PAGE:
What's wrong here, is that while the device may be perfectly good, it is mislabeled and will therefore be used incorrectly. It is a forgery — a good product that have been relabeled with a different part number, and this can spell disaster for the end user. The sheer quantity of such illegitimate "promotional"
misrepresentations are vast and have repeatedly shown a large degree of criminal activity — the buyer must beware!
Part Number Comparisons
If the parts make it through the supply channels based on a part number comparison check alone, then the problem surely begins. On the back end, by the time the end customer tests them discovering the fake IC, the thief is long gone — with the customer's money. Discovering that the just-purchased IC batch — similar to, but not the same as the desired IC — often requires detailed electrical testing or screening to discover. Perhaps a die revision change alone could change or disable key parameters rendering the device non-functional in the intended application. The difference in these device parameters may further add risk to the complete system functions if the device is used to build a product. Beneath the freshly drying bogus marking, may lurk a ticking time bomb component. It may have just enough shared characteristics with the intended device to fool some incoming testing, but the rest of its characteristics will be seriously out of spec or missing, causing failure of the final, assembled product.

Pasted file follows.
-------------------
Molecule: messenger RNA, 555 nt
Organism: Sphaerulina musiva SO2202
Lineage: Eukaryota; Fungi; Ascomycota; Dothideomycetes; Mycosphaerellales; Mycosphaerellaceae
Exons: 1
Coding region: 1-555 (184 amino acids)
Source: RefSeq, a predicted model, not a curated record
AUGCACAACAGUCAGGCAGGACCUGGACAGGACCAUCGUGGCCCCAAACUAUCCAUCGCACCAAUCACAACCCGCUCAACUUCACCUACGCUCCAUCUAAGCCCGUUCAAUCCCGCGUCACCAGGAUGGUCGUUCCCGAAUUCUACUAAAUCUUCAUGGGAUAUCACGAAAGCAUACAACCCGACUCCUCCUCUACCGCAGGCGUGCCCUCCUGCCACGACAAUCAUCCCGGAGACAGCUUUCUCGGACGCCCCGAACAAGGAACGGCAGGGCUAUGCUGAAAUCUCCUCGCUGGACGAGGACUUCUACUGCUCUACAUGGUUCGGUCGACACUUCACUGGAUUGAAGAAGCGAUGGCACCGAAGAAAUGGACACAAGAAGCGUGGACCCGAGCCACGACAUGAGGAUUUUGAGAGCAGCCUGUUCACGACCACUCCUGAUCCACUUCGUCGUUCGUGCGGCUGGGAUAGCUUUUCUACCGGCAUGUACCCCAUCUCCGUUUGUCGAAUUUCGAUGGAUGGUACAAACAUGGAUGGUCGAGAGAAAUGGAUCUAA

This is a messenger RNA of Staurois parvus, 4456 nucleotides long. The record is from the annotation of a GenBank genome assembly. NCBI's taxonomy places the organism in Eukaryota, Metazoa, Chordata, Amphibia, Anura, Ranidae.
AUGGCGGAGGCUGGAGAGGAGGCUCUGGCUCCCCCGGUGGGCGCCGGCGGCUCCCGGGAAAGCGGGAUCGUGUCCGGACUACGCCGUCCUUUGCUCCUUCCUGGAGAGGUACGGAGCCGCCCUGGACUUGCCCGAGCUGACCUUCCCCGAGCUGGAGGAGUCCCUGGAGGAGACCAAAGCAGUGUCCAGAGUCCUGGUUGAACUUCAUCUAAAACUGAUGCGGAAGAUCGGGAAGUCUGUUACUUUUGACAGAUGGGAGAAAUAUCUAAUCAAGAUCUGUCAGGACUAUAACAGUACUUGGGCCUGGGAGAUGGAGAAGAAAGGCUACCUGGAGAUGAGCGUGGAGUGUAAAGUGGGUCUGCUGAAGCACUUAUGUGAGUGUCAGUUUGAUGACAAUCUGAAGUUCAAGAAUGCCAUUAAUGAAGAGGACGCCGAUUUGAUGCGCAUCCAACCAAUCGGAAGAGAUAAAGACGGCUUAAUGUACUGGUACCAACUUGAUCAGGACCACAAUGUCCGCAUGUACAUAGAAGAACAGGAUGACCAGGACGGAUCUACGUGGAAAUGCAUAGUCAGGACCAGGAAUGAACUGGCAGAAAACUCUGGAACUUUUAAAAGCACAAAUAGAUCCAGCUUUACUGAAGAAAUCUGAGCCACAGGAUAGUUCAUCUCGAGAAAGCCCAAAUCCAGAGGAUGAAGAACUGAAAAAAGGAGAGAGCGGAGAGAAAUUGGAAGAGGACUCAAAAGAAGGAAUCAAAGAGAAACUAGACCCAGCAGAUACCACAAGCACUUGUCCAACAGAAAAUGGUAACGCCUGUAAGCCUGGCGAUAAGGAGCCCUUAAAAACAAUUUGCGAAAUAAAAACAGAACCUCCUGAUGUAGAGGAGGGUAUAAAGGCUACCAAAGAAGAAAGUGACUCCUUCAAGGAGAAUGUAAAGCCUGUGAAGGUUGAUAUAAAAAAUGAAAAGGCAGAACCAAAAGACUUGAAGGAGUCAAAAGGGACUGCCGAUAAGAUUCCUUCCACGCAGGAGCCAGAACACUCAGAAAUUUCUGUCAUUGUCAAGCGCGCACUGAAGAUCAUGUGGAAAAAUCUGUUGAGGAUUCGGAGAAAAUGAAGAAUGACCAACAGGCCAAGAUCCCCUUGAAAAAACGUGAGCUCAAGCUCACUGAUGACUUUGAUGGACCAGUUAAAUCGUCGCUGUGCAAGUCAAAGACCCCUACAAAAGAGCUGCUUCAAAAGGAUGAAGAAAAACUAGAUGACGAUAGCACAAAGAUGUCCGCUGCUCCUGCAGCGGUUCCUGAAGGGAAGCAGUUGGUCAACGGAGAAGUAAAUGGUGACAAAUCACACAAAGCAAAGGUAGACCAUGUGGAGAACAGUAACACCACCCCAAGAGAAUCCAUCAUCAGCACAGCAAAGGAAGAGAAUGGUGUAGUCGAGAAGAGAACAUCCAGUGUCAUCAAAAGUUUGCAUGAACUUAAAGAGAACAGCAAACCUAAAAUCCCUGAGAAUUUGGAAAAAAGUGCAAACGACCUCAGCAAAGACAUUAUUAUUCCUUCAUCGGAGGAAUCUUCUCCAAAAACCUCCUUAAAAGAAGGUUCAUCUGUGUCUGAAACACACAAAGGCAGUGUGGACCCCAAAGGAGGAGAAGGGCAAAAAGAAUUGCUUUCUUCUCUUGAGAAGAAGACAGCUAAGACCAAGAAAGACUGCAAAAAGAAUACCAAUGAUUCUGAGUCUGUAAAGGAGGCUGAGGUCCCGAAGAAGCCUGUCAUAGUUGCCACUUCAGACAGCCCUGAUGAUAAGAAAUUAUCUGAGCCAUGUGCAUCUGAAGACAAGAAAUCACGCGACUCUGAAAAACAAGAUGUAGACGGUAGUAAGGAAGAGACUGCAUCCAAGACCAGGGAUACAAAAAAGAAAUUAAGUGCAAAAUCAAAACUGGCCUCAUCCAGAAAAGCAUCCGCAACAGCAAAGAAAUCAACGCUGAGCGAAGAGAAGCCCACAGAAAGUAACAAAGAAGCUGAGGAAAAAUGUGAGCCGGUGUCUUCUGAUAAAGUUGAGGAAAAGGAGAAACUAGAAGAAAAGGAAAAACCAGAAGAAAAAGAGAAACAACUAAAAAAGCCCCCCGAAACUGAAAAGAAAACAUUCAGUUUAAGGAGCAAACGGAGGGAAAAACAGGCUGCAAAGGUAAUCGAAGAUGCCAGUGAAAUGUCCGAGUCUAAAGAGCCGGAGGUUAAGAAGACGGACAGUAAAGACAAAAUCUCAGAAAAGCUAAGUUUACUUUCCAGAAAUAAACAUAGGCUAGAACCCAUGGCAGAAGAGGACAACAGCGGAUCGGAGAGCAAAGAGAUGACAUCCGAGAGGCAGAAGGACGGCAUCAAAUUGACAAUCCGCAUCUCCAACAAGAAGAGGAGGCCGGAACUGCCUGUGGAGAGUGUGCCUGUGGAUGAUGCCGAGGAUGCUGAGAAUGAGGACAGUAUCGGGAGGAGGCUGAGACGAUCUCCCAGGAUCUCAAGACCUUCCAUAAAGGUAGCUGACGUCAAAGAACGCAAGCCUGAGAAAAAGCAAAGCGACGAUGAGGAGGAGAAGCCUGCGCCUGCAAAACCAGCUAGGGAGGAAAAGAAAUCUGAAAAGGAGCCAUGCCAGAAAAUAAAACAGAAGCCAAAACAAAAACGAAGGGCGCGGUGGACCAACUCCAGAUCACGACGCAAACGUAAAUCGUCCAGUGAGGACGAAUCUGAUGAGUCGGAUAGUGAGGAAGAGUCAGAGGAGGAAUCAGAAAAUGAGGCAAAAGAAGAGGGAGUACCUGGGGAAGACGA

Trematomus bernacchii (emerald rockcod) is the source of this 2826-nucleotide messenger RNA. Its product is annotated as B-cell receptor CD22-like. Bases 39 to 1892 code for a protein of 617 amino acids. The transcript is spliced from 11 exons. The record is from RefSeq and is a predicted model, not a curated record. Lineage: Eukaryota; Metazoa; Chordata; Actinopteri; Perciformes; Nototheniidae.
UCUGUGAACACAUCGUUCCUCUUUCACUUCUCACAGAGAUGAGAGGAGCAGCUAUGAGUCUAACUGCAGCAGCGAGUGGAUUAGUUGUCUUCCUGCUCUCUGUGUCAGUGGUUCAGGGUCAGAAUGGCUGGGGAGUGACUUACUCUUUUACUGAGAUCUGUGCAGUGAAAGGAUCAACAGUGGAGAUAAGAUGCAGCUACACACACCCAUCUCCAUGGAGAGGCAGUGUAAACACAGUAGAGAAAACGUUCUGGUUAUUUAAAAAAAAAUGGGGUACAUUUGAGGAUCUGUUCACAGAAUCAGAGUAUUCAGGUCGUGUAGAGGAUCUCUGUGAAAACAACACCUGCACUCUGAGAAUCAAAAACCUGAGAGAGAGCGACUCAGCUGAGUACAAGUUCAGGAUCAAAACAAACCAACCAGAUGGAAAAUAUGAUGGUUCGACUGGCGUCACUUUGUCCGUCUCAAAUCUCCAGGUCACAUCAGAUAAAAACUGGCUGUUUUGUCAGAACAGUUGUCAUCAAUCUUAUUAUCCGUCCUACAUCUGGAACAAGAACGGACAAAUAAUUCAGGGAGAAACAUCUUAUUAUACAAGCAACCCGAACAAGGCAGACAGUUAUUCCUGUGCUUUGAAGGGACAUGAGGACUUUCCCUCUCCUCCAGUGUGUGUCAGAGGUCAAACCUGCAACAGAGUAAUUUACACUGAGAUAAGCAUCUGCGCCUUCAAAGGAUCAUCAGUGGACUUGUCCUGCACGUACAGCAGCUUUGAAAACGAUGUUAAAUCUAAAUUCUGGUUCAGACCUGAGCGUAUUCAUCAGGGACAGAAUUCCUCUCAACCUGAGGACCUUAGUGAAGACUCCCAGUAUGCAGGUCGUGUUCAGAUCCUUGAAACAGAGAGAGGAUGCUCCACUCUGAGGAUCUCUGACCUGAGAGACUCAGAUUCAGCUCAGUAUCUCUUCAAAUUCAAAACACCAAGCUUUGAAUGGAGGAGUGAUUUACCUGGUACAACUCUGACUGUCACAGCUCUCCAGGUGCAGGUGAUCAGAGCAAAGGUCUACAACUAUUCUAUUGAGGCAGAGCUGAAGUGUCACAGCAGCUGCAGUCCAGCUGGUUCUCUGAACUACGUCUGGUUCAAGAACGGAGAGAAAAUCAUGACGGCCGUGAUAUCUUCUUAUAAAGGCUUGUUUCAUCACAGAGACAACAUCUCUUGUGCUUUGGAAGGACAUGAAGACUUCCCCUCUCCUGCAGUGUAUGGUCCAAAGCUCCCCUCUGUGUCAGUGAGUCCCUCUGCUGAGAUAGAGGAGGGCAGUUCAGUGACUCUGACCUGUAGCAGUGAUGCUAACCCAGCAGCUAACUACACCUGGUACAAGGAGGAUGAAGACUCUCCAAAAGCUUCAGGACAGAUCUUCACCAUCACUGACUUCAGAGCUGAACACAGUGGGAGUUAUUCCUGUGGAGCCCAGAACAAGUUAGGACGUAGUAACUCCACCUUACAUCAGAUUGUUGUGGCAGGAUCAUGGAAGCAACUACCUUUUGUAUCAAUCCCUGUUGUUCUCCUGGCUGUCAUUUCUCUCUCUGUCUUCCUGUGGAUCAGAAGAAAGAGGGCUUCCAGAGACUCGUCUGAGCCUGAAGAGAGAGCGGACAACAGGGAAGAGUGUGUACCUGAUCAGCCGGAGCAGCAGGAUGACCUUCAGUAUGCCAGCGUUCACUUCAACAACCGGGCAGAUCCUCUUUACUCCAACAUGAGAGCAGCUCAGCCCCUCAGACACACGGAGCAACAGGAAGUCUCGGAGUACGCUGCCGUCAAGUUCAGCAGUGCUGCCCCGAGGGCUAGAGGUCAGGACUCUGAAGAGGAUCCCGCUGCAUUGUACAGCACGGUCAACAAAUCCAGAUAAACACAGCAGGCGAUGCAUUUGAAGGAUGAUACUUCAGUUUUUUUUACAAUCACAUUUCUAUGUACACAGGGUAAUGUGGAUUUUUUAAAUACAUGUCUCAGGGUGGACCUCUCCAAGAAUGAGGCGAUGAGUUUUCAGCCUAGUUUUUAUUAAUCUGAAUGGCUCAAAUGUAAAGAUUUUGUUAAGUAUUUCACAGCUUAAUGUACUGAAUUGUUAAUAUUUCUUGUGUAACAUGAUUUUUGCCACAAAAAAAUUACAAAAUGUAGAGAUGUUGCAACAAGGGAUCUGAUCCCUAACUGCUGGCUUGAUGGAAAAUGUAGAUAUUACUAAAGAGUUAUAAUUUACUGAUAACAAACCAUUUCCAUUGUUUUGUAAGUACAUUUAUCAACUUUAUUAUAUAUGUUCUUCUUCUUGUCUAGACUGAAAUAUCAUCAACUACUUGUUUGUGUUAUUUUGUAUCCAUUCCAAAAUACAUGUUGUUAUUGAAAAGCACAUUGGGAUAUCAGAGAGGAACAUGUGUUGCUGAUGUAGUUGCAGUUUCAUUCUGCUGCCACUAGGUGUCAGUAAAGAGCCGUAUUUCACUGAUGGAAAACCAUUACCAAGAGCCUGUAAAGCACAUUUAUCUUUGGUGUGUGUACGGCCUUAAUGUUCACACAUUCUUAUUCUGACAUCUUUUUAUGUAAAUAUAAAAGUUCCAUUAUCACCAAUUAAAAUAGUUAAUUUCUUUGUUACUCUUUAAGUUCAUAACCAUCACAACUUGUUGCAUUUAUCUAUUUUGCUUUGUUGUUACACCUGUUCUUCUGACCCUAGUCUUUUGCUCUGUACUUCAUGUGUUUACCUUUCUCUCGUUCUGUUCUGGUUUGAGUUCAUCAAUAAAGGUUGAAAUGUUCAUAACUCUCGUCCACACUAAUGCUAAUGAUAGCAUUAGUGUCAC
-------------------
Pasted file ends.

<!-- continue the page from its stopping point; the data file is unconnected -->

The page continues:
Regardless of the paperwork trail's purity, there are very few ways to be sure the paperwork indeed matches the exact batch of components being received. And how do we know that even the paperwork hasn't been forged? Purchasing "read and record" test data with a lot of parametrically dense ICs would be very desirable in order to "signature" the device's electrical contribution to detailed system performance.
The complexity of today's digital ICs often makes testing them a challenge.